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Showing posts from October, 2020

Trade, saving and an economic disaster

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The UK is running a trade surplus. No, really, I am not joking. This is from the ONS's latest trade statistics release:The UK total trade surplus, excluding non-monetary gold and other precious metals, increased £3.8 billion to £7.7 billion in the three months to August 2020, as exports grew by £21.4 billion and imports grew by a lesser £17.5 billionIt's the first time the UK has run a trade surplus since the late 1990s:
 And if you were thinking this was because of the lockdown, you would be wrong. The UK has been running a trade surplus since the beginning of 2020: Admittedly, the trade surplus widened under lockdown. But the UK economy reopened to some degree from June to August - and yet the trade surplus continues to widen.

This is no doubt music to the ears of balance of payments obsessives. Could the UK at last be pivoting away from a consumption-led growth model to an export-led one? At first sight, it appears so. Exports have increased more than imports. And the strong…

A Financial View of Labour Markets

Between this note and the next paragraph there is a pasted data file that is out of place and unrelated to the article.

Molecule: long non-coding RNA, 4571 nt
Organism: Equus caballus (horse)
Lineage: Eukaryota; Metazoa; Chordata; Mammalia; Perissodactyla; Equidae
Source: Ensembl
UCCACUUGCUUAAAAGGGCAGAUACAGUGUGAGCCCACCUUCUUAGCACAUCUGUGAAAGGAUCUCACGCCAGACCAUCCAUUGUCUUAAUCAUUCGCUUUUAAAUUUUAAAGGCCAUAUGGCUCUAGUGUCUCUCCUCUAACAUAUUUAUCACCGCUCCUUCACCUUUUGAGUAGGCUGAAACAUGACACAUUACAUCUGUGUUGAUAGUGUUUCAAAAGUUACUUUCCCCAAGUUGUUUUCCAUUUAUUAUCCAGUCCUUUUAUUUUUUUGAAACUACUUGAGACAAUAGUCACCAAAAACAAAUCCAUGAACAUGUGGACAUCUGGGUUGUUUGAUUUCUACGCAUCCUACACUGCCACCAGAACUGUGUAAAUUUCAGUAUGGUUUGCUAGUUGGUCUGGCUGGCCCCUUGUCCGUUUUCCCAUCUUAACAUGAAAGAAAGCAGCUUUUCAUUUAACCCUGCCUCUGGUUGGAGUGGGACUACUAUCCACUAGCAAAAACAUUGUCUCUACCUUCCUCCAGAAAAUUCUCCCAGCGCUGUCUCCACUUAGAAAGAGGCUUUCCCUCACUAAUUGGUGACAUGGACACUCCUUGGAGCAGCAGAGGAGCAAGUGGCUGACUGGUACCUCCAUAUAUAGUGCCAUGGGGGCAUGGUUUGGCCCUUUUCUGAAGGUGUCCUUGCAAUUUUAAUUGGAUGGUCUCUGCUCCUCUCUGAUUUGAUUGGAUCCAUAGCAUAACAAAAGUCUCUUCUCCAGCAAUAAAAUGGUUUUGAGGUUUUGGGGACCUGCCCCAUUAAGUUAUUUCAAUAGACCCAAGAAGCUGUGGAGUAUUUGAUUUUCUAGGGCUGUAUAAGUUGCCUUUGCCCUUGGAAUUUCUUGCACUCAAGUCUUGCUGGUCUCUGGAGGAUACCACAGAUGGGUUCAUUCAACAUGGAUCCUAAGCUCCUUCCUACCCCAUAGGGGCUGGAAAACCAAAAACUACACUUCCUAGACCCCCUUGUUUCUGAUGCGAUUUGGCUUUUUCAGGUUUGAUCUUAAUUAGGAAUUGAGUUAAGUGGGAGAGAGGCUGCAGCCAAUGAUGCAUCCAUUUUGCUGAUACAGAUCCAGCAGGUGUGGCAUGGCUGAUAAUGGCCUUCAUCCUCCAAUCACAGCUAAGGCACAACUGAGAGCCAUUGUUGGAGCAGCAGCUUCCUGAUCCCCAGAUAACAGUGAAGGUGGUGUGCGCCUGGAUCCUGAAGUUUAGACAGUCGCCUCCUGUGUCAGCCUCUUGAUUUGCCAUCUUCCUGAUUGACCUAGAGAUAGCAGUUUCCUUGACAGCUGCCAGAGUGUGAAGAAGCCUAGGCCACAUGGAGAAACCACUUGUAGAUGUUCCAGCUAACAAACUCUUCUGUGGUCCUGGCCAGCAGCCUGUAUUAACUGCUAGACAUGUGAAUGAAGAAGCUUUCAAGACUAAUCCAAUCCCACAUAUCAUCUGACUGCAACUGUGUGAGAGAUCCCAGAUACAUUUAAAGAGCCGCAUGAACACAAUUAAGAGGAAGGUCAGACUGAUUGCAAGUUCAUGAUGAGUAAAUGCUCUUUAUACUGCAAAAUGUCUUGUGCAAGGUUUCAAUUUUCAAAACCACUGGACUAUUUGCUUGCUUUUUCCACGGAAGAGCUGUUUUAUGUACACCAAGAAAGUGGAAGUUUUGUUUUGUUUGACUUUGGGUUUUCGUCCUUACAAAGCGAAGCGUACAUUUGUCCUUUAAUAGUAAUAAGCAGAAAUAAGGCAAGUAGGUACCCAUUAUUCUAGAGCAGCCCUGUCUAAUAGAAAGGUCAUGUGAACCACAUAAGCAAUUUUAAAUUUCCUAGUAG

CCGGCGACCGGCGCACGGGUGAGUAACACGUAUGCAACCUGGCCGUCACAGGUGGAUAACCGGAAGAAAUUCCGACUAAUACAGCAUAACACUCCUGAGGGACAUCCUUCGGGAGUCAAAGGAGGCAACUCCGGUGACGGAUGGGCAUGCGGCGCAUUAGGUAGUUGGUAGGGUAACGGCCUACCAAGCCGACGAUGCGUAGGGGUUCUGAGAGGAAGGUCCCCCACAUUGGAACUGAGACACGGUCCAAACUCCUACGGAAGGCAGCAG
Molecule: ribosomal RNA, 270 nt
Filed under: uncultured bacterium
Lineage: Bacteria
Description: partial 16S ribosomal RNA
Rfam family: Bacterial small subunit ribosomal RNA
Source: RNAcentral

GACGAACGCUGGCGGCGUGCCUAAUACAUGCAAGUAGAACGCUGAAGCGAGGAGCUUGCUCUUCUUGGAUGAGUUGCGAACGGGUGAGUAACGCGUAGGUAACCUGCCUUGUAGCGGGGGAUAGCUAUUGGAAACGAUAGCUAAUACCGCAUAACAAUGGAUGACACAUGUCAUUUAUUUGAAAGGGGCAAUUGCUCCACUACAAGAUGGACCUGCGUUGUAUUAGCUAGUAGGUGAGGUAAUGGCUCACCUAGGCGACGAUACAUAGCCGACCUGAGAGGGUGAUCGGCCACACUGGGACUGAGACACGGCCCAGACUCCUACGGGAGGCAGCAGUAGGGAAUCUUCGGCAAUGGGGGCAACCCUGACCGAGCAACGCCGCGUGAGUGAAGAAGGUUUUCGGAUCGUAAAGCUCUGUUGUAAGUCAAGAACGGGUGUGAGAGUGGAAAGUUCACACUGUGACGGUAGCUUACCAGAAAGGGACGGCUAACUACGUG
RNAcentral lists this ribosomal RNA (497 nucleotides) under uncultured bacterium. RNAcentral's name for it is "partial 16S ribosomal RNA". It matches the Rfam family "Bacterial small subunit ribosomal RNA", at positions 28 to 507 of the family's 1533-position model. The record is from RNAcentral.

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We are used to thinking of workers as free agents who sell their labour in a market place. They bid a price, companies offer a lower price and the market clearing rate is somewhere between the two. Free market economics, pure and simple. But actually that's not quite right. The financial motivations of workers and companies are entirely different. To a worker, the financial benefit from getting a job is an income stream, which can be ended by either side at any time. But to a company, a worker is a capital asset. This is not entirely obvious in a free labour market. But in another sort of labour market it is much more obvious. I'm talking about slavery. Yes, I know slavery raises all sorts of emotional and political hackles. But bear with me. I am only going to look at this financially. From a financial point of view, there are more similarities than differences between the slave/slaver relationship and the worker/company relationship - and the differences are not necessarily …